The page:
Marching cubes without extra allocations


I’ve been trying to implement a version of the famous marching cubes algorithm and have arrived at the following abomination:

function marching_cubes(values::Array{T,3},points::Array{Point3D{T},3},iso,cube_size=1) where T
  vertices     = Array{Point3f0,1}()
  indices      = Array{Tuple{Int,Int,Int},1}()
  vertex_list  = Array{Point3f0,1}(12)
  ind_pushed   = false
  cube_indices = [(0,0,0),(cube_size,0,0),(cube_size,cube_size,0),(0,cube_size,0),(0,0,cube_size),(cube_size,0,cube_size),(cube_size,cube_size,cube_size),(0,cube_size,cube_size)]
  edge_table,tri_table = get_edge_tri_table()
  i_max,j_max,k_max    = size(points)
  for k=1:cube_size:k_max-1
    for j=1:cube_size:j_max-1
      for i=1:cube_size:i_max-1
        cube_index = zero(Int32)
        for n = 1:8
          if values[i+cube_indices[n][1],j+cube_indices[n][2],k+cube_indices[n][3]]<iso
            cube_index |= Int32(2^(n-1))
        cube_index += Int32(1)
        edge_entry  = edge_table[cube_index]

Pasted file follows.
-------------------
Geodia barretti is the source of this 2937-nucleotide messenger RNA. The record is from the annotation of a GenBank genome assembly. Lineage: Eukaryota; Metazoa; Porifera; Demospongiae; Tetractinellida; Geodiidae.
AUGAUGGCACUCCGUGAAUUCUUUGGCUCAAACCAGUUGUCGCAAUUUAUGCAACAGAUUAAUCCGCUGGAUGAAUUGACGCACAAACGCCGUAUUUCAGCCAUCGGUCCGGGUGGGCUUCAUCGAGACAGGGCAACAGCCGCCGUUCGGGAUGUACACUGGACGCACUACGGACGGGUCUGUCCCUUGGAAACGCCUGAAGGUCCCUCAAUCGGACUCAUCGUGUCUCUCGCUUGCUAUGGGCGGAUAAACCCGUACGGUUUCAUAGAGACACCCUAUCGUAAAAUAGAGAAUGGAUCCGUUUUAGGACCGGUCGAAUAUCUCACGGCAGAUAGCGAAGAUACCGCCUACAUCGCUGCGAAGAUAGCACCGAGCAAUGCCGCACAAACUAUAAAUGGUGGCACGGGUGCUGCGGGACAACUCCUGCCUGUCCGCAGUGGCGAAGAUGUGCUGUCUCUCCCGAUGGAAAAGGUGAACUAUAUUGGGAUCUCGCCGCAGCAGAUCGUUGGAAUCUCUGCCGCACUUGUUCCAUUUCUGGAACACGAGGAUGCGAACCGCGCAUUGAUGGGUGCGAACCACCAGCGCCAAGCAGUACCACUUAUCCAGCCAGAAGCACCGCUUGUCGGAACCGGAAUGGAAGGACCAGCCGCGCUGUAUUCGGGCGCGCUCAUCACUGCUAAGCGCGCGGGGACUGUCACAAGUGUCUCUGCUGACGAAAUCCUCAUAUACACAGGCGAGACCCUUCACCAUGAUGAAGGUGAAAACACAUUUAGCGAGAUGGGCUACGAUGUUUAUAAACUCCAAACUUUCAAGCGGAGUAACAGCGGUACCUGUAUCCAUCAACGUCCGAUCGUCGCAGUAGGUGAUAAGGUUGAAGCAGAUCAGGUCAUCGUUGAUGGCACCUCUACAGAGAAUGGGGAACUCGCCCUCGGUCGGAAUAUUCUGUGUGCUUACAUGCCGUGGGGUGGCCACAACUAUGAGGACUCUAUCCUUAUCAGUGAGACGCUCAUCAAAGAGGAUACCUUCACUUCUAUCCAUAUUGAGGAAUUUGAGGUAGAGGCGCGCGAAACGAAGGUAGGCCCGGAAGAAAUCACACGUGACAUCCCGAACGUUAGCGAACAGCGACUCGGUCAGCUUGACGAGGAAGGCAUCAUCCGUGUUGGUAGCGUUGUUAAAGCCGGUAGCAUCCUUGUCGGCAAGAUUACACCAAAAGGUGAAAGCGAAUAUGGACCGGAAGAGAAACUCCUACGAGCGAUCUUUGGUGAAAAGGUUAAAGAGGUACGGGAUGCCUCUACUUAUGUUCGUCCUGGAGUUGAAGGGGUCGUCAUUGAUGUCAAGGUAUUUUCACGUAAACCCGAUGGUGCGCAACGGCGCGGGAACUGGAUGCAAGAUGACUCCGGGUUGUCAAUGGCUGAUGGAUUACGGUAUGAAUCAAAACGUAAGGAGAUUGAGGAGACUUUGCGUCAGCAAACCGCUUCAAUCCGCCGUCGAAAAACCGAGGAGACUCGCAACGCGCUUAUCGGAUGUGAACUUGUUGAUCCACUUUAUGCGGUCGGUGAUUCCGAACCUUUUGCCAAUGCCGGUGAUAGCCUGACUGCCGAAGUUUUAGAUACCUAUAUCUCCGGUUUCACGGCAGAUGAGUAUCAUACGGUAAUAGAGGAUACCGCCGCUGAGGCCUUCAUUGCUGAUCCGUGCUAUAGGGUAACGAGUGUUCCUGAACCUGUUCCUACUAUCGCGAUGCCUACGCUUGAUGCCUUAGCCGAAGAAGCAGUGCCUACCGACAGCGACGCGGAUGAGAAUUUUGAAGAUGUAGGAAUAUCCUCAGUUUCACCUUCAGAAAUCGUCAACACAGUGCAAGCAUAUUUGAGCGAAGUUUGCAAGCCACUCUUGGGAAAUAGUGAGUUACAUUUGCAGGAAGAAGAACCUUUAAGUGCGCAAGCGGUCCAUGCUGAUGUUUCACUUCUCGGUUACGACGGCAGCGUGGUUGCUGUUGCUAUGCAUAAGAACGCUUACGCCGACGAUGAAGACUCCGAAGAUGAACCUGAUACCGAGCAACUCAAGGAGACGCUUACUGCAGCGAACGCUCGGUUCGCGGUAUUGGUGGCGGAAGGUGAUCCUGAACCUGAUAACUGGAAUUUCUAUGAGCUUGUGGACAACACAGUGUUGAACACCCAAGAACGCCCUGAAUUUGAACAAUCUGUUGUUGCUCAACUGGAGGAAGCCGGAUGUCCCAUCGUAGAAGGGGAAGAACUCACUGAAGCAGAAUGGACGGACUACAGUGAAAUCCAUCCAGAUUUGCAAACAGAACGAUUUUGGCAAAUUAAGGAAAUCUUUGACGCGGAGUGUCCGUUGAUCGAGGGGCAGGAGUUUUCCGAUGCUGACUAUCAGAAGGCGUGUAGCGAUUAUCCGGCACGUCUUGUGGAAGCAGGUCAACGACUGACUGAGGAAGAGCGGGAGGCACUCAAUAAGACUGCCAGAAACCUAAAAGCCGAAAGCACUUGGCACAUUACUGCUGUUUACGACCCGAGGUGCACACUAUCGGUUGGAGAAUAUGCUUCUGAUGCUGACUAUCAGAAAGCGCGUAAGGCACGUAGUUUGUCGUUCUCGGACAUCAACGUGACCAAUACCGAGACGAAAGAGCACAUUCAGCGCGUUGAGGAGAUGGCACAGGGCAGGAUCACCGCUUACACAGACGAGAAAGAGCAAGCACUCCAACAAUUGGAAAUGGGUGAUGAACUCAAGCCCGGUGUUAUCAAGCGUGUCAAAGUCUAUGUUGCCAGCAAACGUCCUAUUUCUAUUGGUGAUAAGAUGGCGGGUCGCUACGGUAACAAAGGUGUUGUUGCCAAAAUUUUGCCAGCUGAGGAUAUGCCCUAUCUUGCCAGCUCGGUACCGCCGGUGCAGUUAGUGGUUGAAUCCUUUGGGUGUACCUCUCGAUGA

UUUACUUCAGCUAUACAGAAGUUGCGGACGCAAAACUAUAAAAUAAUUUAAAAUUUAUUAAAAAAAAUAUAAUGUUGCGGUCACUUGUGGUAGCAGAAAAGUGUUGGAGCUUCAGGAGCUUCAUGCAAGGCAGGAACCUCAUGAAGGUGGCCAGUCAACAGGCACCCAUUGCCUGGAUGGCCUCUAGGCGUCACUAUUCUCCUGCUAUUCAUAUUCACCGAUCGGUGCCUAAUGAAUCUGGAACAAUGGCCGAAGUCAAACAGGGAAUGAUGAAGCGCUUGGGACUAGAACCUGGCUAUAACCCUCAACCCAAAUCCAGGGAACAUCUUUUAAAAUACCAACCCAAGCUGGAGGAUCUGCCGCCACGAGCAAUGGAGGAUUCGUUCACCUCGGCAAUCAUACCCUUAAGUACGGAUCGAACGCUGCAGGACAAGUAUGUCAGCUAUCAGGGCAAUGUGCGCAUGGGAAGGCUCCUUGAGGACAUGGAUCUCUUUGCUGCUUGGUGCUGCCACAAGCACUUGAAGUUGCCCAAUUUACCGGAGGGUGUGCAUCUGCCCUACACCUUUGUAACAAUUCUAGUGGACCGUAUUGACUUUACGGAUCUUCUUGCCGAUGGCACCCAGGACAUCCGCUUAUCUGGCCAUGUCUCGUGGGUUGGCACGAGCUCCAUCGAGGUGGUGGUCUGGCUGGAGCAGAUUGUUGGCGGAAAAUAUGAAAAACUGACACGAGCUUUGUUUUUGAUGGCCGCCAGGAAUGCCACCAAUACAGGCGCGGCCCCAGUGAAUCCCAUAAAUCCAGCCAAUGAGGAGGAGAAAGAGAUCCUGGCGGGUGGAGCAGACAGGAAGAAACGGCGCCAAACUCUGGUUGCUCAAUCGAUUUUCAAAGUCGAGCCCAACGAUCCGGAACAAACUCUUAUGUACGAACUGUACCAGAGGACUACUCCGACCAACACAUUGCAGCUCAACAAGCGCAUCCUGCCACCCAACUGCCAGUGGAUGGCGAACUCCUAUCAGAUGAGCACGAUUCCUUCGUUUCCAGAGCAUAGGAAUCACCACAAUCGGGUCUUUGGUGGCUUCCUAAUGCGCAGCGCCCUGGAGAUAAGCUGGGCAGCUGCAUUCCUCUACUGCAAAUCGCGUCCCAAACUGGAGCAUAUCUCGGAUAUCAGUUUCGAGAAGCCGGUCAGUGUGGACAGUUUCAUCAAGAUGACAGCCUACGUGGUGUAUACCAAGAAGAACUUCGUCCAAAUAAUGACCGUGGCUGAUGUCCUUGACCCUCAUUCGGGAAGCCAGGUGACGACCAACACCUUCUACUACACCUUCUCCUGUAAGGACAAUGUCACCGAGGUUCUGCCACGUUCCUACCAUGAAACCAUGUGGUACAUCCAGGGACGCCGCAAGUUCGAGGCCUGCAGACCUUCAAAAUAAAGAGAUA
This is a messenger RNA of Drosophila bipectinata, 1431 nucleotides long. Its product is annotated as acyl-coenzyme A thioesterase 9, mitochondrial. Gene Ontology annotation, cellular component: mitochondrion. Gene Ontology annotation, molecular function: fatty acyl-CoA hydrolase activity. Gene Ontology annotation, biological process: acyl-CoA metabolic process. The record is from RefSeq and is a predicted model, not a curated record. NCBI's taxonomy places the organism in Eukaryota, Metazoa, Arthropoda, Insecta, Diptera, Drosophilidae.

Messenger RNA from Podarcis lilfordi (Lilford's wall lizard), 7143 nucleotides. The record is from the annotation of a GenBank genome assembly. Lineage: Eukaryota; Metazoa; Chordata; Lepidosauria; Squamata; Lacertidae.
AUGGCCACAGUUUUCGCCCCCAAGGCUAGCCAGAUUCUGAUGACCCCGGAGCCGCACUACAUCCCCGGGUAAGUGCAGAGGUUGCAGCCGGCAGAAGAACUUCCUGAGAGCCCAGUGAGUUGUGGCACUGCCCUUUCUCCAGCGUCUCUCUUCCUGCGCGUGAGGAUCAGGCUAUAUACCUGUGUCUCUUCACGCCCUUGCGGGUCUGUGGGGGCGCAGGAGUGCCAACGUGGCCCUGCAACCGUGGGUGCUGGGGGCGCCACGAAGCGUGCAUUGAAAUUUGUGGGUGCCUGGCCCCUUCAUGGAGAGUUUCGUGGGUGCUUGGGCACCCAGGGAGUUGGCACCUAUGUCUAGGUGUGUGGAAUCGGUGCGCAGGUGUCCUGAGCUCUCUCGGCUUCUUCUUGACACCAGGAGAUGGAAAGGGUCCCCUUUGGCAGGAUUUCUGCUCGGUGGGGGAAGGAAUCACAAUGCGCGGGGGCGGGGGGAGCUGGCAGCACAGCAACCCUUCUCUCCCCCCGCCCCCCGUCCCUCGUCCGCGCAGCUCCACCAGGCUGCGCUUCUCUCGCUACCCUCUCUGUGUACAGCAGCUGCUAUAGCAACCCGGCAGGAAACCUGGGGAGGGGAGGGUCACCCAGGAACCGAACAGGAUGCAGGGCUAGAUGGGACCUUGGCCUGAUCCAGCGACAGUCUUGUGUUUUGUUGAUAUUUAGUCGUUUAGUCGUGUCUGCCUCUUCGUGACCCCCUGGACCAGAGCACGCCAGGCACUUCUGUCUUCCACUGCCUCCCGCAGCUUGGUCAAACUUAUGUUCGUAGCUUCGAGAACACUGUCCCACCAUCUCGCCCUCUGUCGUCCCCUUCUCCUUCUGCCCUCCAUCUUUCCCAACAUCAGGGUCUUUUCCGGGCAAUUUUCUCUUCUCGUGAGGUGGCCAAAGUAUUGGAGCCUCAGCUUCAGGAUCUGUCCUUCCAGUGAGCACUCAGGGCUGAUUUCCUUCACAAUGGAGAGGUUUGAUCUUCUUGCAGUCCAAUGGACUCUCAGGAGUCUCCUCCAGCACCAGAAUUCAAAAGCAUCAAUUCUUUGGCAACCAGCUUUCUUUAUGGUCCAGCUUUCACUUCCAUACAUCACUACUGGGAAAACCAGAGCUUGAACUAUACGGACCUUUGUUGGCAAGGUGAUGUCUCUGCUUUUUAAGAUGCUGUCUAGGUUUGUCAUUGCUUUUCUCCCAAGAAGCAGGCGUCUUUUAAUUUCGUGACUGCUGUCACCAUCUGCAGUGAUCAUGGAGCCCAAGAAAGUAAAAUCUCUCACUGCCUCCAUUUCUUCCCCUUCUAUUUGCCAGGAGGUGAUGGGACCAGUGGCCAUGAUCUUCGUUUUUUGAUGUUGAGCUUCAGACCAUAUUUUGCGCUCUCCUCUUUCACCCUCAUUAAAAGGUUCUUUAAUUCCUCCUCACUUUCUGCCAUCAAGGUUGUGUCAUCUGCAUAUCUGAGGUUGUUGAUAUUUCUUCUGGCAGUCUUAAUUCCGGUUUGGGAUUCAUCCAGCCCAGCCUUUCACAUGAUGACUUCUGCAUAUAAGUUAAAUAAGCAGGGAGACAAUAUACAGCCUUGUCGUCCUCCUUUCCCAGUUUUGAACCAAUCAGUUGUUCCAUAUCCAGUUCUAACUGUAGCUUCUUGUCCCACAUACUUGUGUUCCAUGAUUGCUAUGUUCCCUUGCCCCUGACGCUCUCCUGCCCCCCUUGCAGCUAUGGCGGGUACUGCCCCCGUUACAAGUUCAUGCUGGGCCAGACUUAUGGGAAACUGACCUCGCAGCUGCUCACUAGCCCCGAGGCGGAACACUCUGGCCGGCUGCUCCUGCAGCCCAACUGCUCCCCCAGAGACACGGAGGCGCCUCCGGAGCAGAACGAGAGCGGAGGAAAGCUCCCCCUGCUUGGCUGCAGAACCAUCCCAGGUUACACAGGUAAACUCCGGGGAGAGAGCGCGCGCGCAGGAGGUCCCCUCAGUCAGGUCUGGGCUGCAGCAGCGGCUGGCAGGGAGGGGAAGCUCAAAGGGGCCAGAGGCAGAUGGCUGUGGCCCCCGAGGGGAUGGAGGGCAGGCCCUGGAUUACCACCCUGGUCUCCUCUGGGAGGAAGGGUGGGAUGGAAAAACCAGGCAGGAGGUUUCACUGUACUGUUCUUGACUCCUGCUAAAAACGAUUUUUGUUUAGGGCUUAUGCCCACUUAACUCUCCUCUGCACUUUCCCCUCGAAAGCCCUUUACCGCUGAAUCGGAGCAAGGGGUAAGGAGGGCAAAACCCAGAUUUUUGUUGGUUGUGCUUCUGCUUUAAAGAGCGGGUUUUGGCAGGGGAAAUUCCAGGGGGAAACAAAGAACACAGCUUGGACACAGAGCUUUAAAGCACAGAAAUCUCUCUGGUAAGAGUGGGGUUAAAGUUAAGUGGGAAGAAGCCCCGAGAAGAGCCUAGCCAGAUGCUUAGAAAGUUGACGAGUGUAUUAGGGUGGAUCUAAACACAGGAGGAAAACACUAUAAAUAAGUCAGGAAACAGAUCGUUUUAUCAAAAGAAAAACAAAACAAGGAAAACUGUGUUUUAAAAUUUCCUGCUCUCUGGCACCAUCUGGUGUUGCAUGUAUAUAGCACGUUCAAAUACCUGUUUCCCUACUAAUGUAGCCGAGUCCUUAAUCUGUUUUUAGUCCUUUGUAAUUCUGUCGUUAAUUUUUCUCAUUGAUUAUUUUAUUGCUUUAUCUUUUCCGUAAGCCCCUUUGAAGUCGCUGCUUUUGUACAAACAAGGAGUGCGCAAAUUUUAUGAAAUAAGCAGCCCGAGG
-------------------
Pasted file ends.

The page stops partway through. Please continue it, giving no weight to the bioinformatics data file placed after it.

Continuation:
if edge_entry == 0
        if edge_entry & 1 == 1
          vertex_list[1] = vertex_interp(iso,points[i+cube_indices[1][1],j+cube_indices[1][2],k+cube_indices[1][3]],points[i+cube_indices[2][1],j+cube_indices[2][2],k+cube_indices[2][3]],values[i+cube_indices[1][1],j+cube_indices[1][2],k+cube_indices[1][3]],values[i+cube_indices[2][1],j+cube_indices[2][2],k+cube_indices[2][3]])
        if edge_entry & 2 == 2
          vertex_list[2] = vertex_interp(iso,points[i+cube_indices[2][1],j+cube_indices[2][2],k+cube_indices[2][3]],points[i+cube_indices[3][1],j+cube_indices[3][2],k+cube_indices[3][3]],values[i+cube_indices[2][1],j+cube_indices[2][2],k+cube_indices[2][3]],values[i+cube_indices[3][1],j+cube_indices[3][2],k+cube_indices[3][3]])
        if edge_entry & 4 == 4
          vertex_list[3] = vertex_interp(iso,points[i+cube_indices[3][1],j+cube_indices[3][2],k+cube_indices[3][3]],points[i+cube_indices[4][1],j+cube_indices[4][2],k+cube_indices[4][3]],values[i+cube_indices[3][1],j+cube_indices[3][2],k+cube_indices[3][3]],values[i+cube_indices[4][1],j+cube_indices[4][2],k+cube_indices[4][3]])
        if edge_entry & 8 == 8
          vertex_list[4] = vertex_interp(iso,points[i+cube_indices[4][1],j+cube_indices[4][2],k+cube_indices[4][3]],points[i+cube_indices[1][1],j+cube_indices[1][2],k+cube_indices[1][3]],values[i+cube_indices[4][1],j+cube_indices[4][2],k+cube_indices[4][3]],values[i+cube_indices[1][1],j+cube_indices[1][2],k+cube_indices[1][3]])
        if edge_entry & 16 == 16
          vertex_list[5] = vertex_interp(iso,points[i+cube_indices[5][1],j+cube_indices[5][2],k+cube_indices[5][3]],points[i+cube_indices[6][1],j+cube_indices[6][2],k+cube_indices[6][3]],values[i+cube_indices[5][1],j+cube_indices[5][2],k+cube_indices[5][3]],values[i+cube_indices[6][1],j+cube_indices[6][2],k+cube_indices[6][3]])